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At the end of the chapter, the reader will be able to:

  1. Recognize problems associated with identifying quality issues and solutions.

  2. Select an appropriate topic for analysis.

  3. Support the use of root cause analysis.

  4. Support the use of Healthcare Failure Modes and Effects Analysis (HFMEASM).

In this chapter, we will talk about how to identify the causes of quality problems.

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Detectable hazard: A very evident potential risk that will be promptly discovered before it hampers the completion of an activity (e.g., an IV bag that is leaking).
Effective control measure: A barrier that eliminates or substantially reduces the likelihood of a hazardous event occurring (e.g., the pharmaceutical form of some medications prevents its use via the wrong administration route such as I tubing that only connects for IV catheter, not nasal cannula).
Failure mode: Different ways that a process or subprocess can fail to provide the anticipated result.
Failure mode cause: Different reasons as to why a process or subprocess would fail to provide the anticipated result.
Hazard analysis: Identification and evaluation of potential hazards that are likely to produce harm in a specific process if not controlled.
Healthcare Failure Modes and Effects Analysis (HFMEASM): A systematic approach to identify and prevent product and process problems before they occur.
Single point weakness: A step in the process so critical that its failure would result in system failure or an adverse event (e.g., the prescriber order is processed for the wrong patient; this would result in the preparation, delivery, and administration of the wrong medications).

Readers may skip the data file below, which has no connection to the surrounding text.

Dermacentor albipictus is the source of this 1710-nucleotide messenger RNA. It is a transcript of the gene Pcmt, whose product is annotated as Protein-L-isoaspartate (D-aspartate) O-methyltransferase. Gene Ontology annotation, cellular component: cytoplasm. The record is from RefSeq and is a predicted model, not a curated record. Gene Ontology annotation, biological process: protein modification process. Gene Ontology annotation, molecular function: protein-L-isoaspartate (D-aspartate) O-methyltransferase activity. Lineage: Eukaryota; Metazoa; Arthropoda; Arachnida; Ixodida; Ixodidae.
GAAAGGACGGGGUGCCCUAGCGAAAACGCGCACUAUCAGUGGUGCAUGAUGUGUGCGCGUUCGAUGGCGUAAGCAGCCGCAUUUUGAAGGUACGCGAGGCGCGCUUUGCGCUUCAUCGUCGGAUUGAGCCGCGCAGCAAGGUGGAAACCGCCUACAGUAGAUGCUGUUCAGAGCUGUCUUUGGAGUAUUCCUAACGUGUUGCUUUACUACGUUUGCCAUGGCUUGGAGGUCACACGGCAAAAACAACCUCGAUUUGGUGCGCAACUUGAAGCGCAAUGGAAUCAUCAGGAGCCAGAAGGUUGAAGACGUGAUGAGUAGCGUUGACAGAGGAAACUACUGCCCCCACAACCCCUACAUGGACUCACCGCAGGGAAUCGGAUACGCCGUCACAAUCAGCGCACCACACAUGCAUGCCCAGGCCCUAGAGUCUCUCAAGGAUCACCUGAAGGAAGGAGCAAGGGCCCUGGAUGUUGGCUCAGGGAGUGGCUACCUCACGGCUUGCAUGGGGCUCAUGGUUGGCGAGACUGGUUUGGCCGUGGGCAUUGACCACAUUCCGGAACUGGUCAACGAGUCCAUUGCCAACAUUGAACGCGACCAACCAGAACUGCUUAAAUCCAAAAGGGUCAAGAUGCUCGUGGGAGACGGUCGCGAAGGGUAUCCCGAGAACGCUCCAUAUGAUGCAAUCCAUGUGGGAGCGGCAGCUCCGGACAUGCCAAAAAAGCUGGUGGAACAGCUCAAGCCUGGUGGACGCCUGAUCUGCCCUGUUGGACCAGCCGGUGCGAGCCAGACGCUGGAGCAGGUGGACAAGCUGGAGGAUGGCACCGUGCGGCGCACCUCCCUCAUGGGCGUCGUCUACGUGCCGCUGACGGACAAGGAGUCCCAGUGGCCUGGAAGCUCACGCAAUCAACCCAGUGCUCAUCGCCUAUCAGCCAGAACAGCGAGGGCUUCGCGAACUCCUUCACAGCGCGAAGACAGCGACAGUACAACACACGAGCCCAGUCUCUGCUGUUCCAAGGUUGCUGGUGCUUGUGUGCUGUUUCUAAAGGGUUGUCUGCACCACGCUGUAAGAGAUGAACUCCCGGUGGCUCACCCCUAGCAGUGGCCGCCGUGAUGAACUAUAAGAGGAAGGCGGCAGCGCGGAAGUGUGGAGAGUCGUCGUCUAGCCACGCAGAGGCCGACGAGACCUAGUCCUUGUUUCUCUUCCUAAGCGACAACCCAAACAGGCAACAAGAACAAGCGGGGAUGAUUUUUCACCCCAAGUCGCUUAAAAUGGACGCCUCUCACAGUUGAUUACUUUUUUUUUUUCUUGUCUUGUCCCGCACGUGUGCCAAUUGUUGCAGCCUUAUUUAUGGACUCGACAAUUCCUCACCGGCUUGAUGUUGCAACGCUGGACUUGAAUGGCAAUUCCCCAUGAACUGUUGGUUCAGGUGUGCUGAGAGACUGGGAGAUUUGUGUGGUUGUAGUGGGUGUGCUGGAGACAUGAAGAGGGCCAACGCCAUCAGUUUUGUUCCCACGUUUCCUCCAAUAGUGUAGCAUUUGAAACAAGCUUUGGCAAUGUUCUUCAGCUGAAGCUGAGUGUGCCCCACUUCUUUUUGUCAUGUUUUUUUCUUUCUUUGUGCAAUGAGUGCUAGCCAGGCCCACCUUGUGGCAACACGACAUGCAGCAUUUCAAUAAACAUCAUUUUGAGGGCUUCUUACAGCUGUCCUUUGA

There are many problems associated with identifying quality issues and solutions; many of these are called heuristics and judgmental biases. In many cases, decision makers rely on a limited number of heuristic principles (or simple decision rules) to reduce cognitively complex decision-making tasks to simpler judgmental operations.1,2 Although many heuristics exist, only those more commonly mentioned in the literature will be described. Some common heuristics are included in Table 7-1.

Table 7-1. Problems Associated with Assigning Causes and Choosing Solutions

Often, humans prefer to use heuristics rather than utilizing more complex cognitive processes such as decision making.2 Heuristics can be useful or can lead to error, depending on the situation (Tversky and Khaneman, 1982b).1,2,7 It is important to recognize these common heuristics as potential sources of error so that decision-making techniques can be implemented to reduce the impact of these cognitive biases.3

For example, when using the availability heuristic, the decision maker confuses the ...

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